Idaho ballot initiative bill back on track after amendments
BOISE, Idaho (AP) — A bill that would dramatically toughen the requirements to get an initiative or referendum on the Idaho ballot is back on track after being amended in the Senate.
The Senate on Thursday approved three technical amendments to the bill from Eagle Republican Sen. C. Scott Grow.
The amendments involved clarifying when the 180-day deadline starts for initiative sponsors to get signatures.
Another amendment changed that initiatives be done by county rather than by legislative district. The final amendment involved the timing of fiscal impact information.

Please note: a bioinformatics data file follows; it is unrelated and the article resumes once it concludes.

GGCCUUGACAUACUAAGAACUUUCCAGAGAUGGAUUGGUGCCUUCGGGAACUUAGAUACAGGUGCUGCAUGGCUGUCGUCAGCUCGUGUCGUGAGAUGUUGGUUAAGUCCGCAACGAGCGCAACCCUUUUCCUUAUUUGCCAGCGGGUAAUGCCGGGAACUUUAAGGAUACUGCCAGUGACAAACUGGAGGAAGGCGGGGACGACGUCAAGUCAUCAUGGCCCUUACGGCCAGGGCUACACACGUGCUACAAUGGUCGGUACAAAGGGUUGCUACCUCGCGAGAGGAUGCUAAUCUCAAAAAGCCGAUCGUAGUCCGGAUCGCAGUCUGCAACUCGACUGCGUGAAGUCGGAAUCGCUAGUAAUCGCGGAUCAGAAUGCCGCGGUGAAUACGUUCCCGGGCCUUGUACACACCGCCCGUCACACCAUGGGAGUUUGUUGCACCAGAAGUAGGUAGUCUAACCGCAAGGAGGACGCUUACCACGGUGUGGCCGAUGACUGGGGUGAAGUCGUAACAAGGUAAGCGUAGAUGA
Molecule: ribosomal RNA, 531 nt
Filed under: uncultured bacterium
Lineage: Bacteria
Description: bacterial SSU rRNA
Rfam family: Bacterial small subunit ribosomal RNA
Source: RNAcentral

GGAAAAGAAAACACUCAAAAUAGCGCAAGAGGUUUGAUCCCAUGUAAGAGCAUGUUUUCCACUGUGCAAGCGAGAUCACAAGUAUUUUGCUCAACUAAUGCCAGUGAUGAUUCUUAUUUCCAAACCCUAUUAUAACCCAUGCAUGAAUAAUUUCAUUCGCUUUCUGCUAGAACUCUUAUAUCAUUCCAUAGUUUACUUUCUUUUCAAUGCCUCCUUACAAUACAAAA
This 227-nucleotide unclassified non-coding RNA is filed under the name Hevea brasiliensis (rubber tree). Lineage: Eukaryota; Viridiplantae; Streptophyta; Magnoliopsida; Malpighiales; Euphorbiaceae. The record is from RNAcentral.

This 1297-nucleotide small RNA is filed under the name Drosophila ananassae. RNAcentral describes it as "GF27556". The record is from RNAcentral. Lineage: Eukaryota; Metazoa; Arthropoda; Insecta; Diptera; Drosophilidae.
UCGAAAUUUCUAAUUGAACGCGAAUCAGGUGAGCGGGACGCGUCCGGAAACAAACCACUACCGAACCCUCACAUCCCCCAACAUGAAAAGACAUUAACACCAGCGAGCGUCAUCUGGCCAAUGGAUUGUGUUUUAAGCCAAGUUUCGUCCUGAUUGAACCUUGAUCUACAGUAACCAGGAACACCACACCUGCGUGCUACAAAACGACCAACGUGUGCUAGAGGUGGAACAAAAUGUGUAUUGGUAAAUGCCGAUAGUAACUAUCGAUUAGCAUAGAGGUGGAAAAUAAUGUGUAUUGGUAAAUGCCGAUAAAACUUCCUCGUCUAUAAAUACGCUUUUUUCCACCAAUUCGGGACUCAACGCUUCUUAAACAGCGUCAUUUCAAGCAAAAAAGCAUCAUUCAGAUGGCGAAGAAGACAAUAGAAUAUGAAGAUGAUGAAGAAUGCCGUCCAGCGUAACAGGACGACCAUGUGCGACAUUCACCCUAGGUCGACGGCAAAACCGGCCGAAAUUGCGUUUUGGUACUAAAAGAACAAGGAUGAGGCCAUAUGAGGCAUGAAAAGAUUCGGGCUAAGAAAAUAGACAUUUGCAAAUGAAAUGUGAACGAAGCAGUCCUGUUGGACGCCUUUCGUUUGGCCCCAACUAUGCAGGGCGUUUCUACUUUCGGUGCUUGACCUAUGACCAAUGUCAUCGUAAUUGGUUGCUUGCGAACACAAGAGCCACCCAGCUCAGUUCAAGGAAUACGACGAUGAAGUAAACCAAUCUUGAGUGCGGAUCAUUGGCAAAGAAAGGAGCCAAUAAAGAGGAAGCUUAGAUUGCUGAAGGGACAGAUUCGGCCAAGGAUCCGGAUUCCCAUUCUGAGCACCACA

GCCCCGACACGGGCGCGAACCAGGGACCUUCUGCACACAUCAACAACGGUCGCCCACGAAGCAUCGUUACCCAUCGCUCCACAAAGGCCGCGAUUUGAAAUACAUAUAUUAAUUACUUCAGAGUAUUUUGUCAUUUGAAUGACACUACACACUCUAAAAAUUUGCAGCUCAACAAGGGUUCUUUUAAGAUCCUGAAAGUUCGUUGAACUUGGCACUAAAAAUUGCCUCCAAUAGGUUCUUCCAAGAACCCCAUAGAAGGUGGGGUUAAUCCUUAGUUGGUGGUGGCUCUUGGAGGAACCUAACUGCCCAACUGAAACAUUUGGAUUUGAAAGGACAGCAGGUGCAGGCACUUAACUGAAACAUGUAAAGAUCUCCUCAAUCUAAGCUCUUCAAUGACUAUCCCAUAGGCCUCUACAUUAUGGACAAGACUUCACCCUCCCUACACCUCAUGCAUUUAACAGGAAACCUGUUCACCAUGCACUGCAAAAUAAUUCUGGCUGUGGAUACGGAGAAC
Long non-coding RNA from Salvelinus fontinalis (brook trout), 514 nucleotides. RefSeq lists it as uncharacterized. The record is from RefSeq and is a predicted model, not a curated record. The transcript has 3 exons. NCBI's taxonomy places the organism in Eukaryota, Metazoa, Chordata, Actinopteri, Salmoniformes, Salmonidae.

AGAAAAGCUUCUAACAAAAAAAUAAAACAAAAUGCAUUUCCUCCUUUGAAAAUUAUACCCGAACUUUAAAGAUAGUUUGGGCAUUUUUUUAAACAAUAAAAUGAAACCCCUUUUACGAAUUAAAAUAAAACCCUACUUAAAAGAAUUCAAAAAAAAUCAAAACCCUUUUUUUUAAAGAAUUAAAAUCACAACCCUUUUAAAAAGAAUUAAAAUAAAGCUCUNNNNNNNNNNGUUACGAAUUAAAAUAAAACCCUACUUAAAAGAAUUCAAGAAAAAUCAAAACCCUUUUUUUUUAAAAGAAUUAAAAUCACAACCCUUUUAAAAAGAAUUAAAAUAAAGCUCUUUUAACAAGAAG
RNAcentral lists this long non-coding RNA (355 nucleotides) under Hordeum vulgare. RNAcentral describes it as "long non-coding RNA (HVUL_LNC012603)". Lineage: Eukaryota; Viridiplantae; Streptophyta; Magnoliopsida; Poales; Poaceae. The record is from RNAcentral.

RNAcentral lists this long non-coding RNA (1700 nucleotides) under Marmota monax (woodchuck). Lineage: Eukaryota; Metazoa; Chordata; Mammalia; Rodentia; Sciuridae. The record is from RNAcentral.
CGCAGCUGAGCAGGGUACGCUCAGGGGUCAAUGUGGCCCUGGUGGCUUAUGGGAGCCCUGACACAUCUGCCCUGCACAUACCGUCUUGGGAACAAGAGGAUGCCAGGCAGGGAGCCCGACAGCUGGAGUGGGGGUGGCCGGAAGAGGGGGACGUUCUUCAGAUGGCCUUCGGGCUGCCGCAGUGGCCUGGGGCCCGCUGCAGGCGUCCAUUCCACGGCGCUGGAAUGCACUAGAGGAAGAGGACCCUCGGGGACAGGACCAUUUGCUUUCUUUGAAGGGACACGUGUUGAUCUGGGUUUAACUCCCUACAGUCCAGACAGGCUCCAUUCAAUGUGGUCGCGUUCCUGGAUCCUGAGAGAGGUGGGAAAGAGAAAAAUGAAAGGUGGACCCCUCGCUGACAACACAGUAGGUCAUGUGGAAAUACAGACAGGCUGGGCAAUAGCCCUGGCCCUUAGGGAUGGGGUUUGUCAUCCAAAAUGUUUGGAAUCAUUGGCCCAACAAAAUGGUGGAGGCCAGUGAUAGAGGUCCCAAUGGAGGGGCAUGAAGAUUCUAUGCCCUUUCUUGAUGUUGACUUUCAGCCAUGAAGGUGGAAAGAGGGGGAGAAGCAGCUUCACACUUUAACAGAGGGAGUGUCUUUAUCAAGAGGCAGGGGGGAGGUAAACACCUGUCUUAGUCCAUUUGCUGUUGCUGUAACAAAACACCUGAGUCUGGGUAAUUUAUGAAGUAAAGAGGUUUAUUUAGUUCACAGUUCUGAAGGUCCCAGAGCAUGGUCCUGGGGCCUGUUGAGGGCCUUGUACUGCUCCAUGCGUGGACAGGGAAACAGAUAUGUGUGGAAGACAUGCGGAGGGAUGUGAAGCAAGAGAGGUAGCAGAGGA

The bill would require those seeking ballot initiatives to get signatures from 10 percent of voters in 32 of Idaho’s 35 districts, compared to current rules that require signatures from 6 percent of voters in 18 districts. The bill would also cut the time allowed to gather the signatures from 18 months to about six months.